The madness of suggesting Prince Harry could become Russian Tsar

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by senior correspondent Barry Everingham

Barry Everingham says that only someone on the "very edge" would seriously suggest Prince Harry could become Tsar of Russia.
I really feel sorry for the paid “supporters” of ACM — they pay to keep the moribund and ever more ridiculous Flint controlled organisation afloat, yet there are only twelve people who as “members” are permitted to vote on any matters affecting it, including it seems the leadership.

Flint has become a national embarrassment and certainly does nothing to enhance the reputation of ACM — which has every right to promote its cause.

But its credibility has been seriously compromised by its leader's irrational ramblings and it’s time for a palace coup.

The professor this time seems to be tottering on the very edge.

As an example — read his blog’s lead story in the May 5 issue.

Prince Harry – Tsar of all the Russias – screamed the headline – by Professor David Flint AM.

(Then followed the spunkiest picture ever taken of a marching, impossibly handsome, Harry Mountbatten Windsor; its David’s favourite, he uses it unceasingly and makes me wonder where its pride of place is in David’s house—but I digress).

The photo of Harry is "David’s favourite"
Some two billion people across the world may have been watching the Royal Wedding on Friday between Prince William and Kate Middleton, noted the London Daily Mail on 4 May 2011.

The report continued: “And it seems some Russians were watching their televisions, green with envy-because now a leading former diplomat believes that Prince Harry – third in line to the British monarch – should be offered the vacant throne.

“Alexander Baunov – a diplomat turned journalist – thinks that William’s 26 year old brother should be crowned the first King of Russia since Tsar Nicholas resigned in 1917 on the eve of the Bolshevik Revolution.

Flint jumps in at this point.

“As we (note: the royal “we”) have noted on several occasions on this site, Russia before the revolution was gradually becoming freer and progressing economically. The Bolshevik coup was a disaster.”

First it was Flint who had noted; when he writes the opinion is his; my disgruntled source tells me David has absolute editorial control of the ACM blog.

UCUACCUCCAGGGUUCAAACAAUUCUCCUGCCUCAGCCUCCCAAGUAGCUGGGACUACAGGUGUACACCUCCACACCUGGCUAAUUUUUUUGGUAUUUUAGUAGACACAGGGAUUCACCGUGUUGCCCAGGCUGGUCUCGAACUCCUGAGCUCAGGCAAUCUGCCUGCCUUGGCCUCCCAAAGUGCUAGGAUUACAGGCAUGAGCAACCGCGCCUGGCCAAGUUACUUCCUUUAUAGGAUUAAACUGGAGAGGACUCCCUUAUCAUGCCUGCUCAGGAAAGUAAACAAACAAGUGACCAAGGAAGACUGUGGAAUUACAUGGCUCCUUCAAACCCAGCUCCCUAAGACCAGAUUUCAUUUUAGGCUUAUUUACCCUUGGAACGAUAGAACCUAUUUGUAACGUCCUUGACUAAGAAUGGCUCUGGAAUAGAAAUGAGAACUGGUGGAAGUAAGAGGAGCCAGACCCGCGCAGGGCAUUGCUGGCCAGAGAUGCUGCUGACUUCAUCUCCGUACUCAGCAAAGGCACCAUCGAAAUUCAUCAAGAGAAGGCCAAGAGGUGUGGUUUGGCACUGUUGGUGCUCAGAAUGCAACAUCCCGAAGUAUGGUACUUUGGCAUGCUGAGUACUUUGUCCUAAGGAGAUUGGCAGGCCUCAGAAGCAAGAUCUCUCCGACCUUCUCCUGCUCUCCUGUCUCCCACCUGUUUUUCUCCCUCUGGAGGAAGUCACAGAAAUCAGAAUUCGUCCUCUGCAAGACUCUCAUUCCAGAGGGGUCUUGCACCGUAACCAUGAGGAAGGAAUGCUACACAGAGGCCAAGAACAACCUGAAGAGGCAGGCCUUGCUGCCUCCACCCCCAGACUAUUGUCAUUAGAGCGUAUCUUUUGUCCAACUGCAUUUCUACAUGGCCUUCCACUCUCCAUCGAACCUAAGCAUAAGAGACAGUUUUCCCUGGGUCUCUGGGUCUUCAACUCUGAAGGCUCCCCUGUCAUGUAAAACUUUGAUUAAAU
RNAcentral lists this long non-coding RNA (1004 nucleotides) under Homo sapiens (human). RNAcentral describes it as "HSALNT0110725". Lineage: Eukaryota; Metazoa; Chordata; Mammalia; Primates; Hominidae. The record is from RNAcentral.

And second, and Flint needs to be reminded of some facts.

Along with Russia, the following European nations dumped their monarchies:

Albania, Austria, Bavaria, Greece, Italy, Montenegro, Portugal, Prussia, Romania, Yugoslavia.

The former Bulgarian king Simeon Saxe Coburg Gotha renounced his titles and is now his country’s prime minister.

In 1979, I interviewed the former monarchs, or pretending monarchs, or descendants of former monarchs, of those monarchies for a three part series for The Australian newspaper (which was subsequently syndicated world-wide) and the only one who was adamant he would return to claim his late father’s throne was King Leka of Albania, who is now living in Tirana but has no official status.

The remainder, including the Russian royal, were clear—the days of royalty in their former countries were finished and none of them had any expectations of change.

And to take it a step further — all were curious as to why Australia continued to be "tied” to the British monarchy, remembering all of them are in some way related to the Windsors either through Queen Victoria and Prince Albert or in the case of King Leka further back through German connections.

Back to Flint’s bizarre claim that under the last tsar of Russian things were looking good.

As an example, in 1916 one British diplomat reported to London that “Nicholas is obstinate and vindictive, and quite obsessed with the idea that the autocracy is his and his children’s by divine right”.

Looking good?

Nicholas II: "...obstinate and vindictive, and quite obsessed with the idea that the autocracy is his and his children’s by divine right".

In 1912, Tsarist soldiers shot dead 500 striking miners and wounded hundreds of others at the Lena goldfields in Siberia.

Conditions at the mine were horrendous; the men worked fifteen to sixteen-hour days with an accident rate of 700 per 1,000 workers. Then followed a general strike and one of the tsar’s ministers, when asked if things should improve, replied: “thus it has been and always will be”.

Looking good?

A completely innocent Jewish clerk had been put on trial for a ritual child murder. The almost comically hopeless case against him had been trumped up with the government’s and the tsar’s knowledge — in the expectation that grass roots anti-Semitism would rally loyal Russians to the government.

Nicholas himself sent the judge a gold watch on the eve of the trial in the anticipation of a guilty verdict. There are hundreds of such “looking good” incidents in Miranda Carter’s excellent biographies of Three Royal Cousins and the Road to World War 1 (Random House 2009).

Flint’s obsession with monarchies, titles, palaces, princes and old world fantasies are as out of place as the professor himself and he really should slip quietly away from circa 2011 where  there  is no place for such nonsense, particularly in modern egalitarian Australia.

The least that can be said for the current crop of British royals is that they may be a problem family but at least they keep glossy magazines in business.

But Tsar Harry?

Nyet, Professor Flint!  
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